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Researchers Discuss Faith-Based Interventions for Mental Disorders

By Sarah H. Dolan | January 29, 2010

For many people, maintaining clarity of mind and thought is easy. Yet studies show an estimated one in four American adults are diagnosed with a mental illness each year. Dr. George Hurst and Judy King, authors of "Faith-Based Intervention in Depression, Anxiety, and Other Mental Disturbances" published in the Southern Medical Journal, visited Regent University in late January to discuss their research on the role of faith in mental healing as part of the Psy.D Colloquium series.

"It's an achievement and a rare thing," said School of Psychology & Counseling (SPC) Acting Dean Dr. Bill Hathaway about the publishing of faith-based treatment research in a national medical journal. He also said that though rare, studies on "intentional religion" (biblically based intervention programs such as Teen Challenge) are gradually starting to increase.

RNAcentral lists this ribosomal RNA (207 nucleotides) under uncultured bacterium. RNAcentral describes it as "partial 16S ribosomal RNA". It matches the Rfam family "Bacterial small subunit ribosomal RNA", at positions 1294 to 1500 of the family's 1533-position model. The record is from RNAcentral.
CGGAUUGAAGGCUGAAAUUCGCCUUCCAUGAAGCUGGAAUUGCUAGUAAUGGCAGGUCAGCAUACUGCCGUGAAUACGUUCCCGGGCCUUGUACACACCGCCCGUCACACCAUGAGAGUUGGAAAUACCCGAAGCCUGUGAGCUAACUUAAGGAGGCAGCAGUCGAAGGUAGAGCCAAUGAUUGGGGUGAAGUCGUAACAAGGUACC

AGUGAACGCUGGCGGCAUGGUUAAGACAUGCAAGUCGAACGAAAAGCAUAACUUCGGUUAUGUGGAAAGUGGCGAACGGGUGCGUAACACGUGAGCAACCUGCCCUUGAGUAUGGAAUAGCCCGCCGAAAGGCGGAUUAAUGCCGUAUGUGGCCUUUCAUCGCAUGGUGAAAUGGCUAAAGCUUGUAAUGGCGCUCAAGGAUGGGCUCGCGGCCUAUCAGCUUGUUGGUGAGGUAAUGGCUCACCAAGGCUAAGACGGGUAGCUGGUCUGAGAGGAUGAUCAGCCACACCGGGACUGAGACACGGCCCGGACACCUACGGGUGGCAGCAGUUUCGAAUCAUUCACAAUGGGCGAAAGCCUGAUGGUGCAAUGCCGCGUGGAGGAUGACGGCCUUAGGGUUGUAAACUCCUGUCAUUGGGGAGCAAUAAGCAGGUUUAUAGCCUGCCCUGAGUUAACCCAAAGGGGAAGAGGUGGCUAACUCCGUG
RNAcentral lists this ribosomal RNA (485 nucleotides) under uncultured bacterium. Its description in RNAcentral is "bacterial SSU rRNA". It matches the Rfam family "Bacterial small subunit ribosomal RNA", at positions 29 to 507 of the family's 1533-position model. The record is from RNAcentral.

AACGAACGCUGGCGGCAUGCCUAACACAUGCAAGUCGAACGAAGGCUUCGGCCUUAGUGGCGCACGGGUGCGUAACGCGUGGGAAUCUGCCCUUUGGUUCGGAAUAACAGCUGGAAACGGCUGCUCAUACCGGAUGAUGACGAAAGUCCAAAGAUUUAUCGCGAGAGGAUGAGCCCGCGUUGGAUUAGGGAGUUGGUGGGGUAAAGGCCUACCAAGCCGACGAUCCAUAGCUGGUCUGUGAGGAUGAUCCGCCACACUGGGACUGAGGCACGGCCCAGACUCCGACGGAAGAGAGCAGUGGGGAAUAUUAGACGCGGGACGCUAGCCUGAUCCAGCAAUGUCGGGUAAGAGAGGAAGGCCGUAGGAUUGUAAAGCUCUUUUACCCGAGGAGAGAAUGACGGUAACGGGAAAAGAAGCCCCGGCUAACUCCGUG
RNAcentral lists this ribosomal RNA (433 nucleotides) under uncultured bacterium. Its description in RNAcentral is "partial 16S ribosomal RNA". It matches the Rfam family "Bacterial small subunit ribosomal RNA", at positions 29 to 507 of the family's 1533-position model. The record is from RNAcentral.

"Much of what we are discussing now I didn't know for a good part of my life, despite my being an elder in the church," Hurst said. "We live in a spiritual world, and the mind is a battle ground."

Hurst and King discussed the method and results of their research with Regent students, staff and faculty. They explained that mental illness is both common and costly, and as a result, many people go without any form of treatment.

The model featured in their research, Steps to Freedom, is biblically based and uses a comprehensive spiritual inventory approach to help individuals resolve inner conflicts. The study results showed an overall decrease in depression and anxiety in individuals who participated in Steps to Freedom.

King gave examples of people who have stories of overcoming mental disorders through faith-based intervention methods. King also emphasized the need for counselors to understand and balance between physical and spiritual treatment because both are necessary.

Regent's student chapter of the American Association of Christian Counselors (AACC) helped sponsor the event. The Psy.D. Colloquium series brings outstanding professionals and scientists in psychology and related fields to the campus. The series has featured leading psychological researchers, anthropologists, military psychologists, American Psychological Association representatives and philosophers to give the Regent academic community access to the world of psychological science.

To learn more about SPC programs, visit the school's website.


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